Navy football now focuses on winning record, beating Army
By BILL WAGNER | The Capital | Published: November 20, 2017
ANNAPOLIS, Md. — For the Navy football program, this season has come down to accomplishing two remaining goals: Winning season. Beating Army.
Actually, achieving the latter would clinch the former as a victory over the archrival on Dec. 9 in Philadelphia would guarantee the Midshipmen finish no worse than 7-6.
Head coach Ken Niumatalolo said before the season that Navy had two major goals with reclaiming the Commander-in-Chief’s Trophy and capturing the American Athletic Conference championship ranking as 1 and 1A.
Memphis clinched the West Division of the American by beating SMU on Saturday, so that goal is gone. Navy can secure runner-up status in the West by beating Houston on Friday at TDECU Stadium.
That in itself would be a tremendous accomplishment as Navy has already finished in a tie for first place (2015) and as West Division champ (2016) since joining the American. A runner-up finish this season would further establish the Midshipmen as an annual contender for the AAC championship.
In that respect, Friday’s contest does have relevance as every school’s final position in the American Athletic Conference standings does matter.
However, in the grand scheme of things, the final game of the regular season is what’s most important to Navy at this point. Army and Navy both beat Air Force this season, so the Commander-in-Chief’s Trophy will be on the line the second Saturday in December at Lincoln Financial Field in Philadelphia.
Army and Navy last played for the Commander-in-Chief’s Trophy in 2012. It also happened in 2005. Prior to that, the trophy was last on the line during the Army-Navy game way back in 1996.
This may be the best Army football team since 1996, which was the last time the West Point contingent captured the CIC Trophy. The Black Knights boast an 8-3 record with a 21-0 shutout of Air Force being the highlight. Army also defeated Temple, which turned around and beat Navy in its next game.
Head coach Jeff Monken has done a tremendous job of rebuilding Army during his four-year tenure, leading the team to consecutive eight-win seasons capped by bowl berths. As an independent, the Black Knights have been playing a pretty weak schedule in recent years, but that makes sense for a program that managed just one winning season from 1997 through 2015.
This year, Army owns wins over opponents such as Fordham, Buffalo, Eastern Michigan and Rice. The Black Knights are now off for three weeks after losing a shootout with North Texas, 52-49, on Saturday.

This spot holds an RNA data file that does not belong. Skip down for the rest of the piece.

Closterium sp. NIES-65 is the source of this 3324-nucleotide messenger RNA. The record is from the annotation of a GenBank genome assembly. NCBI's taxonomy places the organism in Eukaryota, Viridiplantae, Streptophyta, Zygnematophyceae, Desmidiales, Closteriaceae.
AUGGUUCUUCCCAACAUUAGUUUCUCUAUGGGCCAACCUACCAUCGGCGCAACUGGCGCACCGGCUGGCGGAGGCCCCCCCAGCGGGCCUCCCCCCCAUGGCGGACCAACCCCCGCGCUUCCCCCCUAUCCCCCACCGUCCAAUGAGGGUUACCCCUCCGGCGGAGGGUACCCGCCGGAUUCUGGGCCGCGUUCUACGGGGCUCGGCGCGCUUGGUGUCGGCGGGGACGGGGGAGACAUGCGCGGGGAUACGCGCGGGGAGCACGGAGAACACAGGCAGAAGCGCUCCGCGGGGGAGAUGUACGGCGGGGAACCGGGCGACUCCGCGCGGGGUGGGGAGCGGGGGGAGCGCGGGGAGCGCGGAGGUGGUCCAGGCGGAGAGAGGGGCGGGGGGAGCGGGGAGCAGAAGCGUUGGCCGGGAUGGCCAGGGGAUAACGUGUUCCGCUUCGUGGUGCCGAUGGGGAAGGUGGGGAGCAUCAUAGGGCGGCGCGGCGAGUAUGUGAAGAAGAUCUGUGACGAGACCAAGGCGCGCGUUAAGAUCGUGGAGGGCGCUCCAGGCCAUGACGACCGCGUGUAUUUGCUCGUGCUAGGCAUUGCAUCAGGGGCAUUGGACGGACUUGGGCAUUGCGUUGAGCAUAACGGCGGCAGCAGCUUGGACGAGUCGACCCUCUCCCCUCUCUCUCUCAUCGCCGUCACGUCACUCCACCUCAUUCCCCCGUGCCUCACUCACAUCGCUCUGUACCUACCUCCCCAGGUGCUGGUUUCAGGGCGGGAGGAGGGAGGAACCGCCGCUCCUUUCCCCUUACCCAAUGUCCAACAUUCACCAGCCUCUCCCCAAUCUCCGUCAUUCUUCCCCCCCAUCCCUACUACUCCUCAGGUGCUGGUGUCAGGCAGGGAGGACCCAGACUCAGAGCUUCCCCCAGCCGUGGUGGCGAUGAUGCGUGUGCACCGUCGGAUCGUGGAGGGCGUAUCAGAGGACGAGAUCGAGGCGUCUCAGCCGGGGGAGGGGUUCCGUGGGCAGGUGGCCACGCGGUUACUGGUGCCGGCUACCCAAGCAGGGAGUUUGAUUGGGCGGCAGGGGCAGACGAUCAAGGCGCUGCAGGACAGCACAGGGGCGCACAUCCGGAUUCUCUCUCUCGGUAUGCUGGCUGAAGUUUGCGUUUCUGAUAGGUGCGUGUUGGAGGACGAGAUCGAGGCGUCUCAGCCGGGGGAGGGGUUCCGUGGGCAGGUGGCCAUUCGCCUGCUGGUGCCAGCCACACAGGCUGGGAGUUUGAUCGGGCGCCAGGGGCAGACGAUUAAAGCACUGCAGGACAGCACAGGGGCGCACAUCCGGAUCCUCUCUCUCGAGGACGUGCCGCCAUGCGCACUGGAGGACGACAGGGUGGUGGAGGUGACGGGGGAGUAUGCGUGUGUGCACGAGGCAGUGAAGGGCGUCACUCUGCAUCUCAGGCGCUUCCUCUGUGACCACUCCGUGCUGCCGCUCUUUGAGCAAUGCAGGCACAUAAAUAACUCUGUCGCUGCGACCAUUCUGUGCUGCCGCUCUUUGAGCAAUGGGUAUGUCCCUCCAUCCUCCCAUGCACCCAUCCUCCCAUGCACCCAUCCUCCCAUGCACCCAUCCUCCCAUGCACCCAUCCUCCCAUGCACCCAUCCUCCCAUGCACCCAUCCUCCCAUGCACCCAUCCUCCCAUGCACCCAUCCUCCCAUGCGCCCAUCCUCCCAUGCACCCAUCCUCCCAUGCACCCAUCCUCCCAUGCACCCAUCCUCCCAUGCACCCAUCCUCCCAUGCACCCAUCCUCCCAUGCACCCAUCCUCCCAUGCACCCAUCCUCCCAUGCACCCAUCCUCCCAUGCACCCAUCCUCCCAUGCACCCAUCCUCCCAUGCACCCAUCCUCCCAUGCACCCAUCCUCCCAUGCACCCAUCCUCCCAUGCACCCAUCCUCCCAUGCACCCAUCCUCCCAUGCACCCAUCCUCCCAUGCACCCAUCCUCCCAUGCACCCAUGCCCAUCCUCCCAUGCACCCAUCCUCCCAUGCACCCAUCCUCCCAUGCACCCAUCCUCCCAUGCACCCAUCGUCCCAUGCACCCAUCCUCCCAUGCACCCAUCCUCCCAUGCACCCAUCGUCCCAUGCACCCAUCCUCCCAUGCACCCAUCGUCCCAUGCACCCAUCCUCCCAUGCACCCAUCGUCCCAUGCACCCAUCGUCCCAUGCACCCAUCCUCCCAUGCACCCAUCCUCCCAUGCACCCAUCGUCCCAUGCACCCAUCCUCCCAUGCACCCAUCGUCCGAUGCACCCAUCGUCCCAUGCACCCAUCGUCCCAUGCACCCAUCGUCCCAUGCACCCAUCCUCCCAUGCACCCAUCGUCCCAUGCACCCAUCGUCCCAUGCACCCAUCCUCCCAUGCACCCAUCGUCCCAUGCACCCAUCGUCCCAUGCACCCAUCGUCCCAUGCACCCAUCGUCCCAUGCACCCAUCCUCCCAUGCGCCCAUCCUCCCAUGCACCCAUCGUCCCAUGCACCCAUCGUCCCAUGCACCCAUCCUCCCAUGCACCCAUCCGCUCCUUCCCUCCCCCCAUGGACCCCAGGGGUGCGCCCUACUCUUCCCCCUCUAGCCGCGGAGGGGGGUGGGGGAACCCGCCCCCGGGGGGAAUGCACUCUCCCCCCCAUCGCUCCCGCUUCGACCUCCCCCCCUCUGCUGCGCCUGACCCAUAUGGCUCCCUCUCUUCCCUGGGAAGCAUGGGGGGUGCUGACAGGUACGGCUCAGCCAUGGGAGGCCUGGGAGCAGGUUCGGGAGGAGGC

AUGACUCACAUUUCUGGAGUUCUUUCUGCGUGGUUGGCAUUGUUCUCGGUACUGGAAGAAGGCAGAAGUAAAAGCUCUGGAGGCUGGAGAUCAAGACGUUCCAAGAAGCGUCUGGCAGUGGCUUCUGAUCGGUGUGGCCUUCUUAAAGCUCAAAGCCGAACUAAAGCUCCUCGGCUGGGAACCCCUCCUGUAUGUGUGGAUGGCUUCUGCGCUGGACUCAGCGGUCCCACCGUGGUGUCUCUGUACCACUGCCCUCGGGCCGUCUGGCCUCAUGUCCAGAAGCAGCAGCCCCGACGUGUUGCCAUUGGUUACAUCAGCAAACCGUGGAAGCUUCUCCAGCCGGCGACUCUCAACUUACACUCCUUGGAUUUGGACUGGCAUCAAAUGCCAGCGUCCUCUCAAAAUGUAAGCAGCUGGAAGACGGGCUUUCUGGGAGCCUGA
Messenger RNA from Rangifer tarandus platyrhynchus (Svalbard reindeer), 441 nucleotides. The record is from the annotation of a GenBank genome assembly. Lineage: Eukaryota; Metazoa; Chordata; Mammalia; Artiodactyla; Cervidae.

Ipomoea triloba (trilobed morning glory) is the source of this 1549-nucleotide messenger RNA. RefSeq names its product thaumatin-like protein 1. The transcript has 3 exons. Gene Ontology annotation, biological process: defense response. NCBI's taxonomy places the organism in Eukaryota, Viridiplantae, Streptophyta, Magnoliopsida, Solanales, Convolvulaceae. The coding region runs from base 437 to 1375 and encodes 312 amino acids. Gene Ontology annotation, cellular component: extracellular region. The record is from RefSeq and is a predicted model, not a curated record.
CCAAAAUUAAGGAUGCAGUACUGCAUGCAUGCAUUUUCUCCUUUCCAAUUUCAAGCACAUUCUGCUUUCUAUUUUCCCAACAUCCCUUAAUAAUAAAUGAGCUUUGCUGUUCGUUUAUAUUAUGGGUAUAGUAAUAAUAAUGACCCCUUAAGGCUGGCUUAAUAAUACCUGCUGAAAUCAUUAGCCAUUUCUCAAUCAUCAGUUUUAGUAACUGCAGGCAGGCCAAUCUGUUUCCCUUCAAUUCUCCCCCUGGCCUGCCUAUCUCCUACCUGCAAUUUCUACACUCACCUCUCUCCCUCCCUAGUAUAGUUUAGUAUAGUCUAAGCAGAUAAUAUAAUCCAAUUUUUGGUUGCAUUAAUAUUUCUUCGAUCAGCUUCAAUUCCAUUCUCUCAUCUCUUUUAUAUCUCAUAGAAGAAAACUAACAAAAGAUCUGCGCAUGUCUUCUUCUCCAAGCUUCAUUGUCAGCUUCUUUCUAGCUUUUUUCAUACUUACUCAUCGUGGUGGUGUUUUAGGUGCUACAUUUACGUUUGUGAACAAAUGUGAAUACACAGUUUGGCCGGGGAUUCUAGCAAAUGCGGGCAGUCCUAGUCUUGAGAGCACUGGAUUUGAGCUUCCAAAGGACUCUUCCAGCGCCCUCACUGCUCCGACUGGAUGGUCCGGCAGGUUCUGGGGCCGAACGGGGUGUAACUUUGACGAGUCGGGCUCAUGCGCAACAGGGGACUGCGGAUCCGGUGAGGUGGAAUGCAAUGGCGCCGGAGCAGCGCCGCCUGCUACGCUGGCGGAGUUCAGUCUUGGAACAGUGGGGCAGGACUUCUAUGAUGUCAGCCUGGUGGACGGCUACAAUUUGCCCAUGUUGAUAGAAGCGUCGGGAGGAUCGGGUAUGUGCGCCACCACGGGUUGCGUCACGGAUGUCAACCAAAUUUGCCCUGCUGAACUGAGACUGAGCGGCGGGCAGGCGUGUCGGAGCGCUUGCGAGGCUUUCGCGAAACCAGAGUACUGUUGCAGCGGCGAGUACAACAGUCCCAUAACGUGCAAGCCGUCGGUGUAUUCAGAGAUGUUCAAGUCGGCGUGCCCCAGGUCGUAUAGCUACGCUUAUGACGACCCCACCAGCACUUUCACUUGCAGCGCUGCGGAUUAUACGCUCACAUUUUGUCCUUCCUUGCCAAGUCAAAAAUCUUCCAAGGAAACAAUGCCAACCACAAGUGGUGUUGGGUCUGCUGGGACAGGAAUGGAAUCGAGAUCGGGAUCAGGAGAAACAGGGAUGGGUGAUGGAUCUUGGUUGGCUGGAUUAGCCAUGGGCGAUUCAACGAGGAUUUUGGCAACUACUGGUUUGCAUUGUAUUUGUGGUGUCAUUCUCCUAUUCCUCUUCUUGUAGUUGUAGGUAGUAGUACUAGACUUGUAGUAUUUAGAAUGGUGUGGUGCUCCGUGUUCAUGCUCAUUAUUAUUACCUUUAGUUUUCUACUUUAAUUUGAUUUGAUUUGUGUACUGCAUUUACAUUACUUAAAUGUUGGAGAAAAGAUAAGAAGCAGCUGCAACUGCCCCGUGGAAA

Meanwhile, Navy stands at 6-4 after falling just short at No. 8 Notre Dame, 24-17, on Saturday. The Midshipmen must win at least one more game to avoid suffering just their second losing season since 2003.
Many pundits have the Midshipmen meeting an Atlantic Coast Conference opponent in the Military Bowl on Dec. 28 at Navy-Marine Corps Memorial Stadium. Playing a postseason contest in its own stadium for the second time in three years cannot be very attractive for the Navy players, especially the seniors.
However, it is looking more and more like a distinct possibility, since the American Athletic Conference works in conjunction with its bowl partners to create the best matchups that make sense in terms of travel and geography. You can be darn sure that Military Bowl organizers would love to land Navy to basically guarantee a successful game.
A dream matchup for the Military Bowl would be Navy against Georgia Tech in a showdown of triple-option practitioners and the first meeting between teacher and pupils. Niumatalolo and offensive coordinator Ivin Jasper are both disciples of Paul Johnson, the former Navy head coach who is now in his 10th year at Georgia Tech.
However, Georgia Tech currently stands at 5-5 and must win its season-ending rivalry game against Georgia to become bowl-eligible. The Yellow Jackets are coming off a surprising loss to Duke, which had dropped six straight, including a loss to Army.
Military Bowl executive director Steve Beck would be just as happy with a Navy-Virginia border battle as that also would attract a good crowd to Annapolis. Virginia, which came close to upsetting Miami on Saturday, is 6-5 heading into next Friday’s rivalry game against Virginia Tech.
No matter how you slice it, Navy’s remaining schedule is challenging with a road game against a strong Houston squad (6-4) that handed South Florida its only loss, the annual showdown with arguably the best Army team in two decades and a postseason matchup with a quality opponent.
It is not inconceivable the Midshipmen could finish on a four-game losing streak to finish 6-7, although I have a hard time envisioning such a thing happening to a Niumatalolo-led club. However, Navy did close out last season with three straight losses, having its 14-game winning streak over Army snapped.
Of course, the best case scenario is that Navy plays its best football down the stretch and winds up with a 9-4 record. That would mark the ninth time since 2004 the Midshipmen have posted nine or 10 wins, a remarkable display of excellence.
©2017 The Capital (Annapolis, Md.)
Visit The Capital (Annapolis, Md.) at www.hometownannapolis.com
Distributed by Tribune Content Agency, LLC.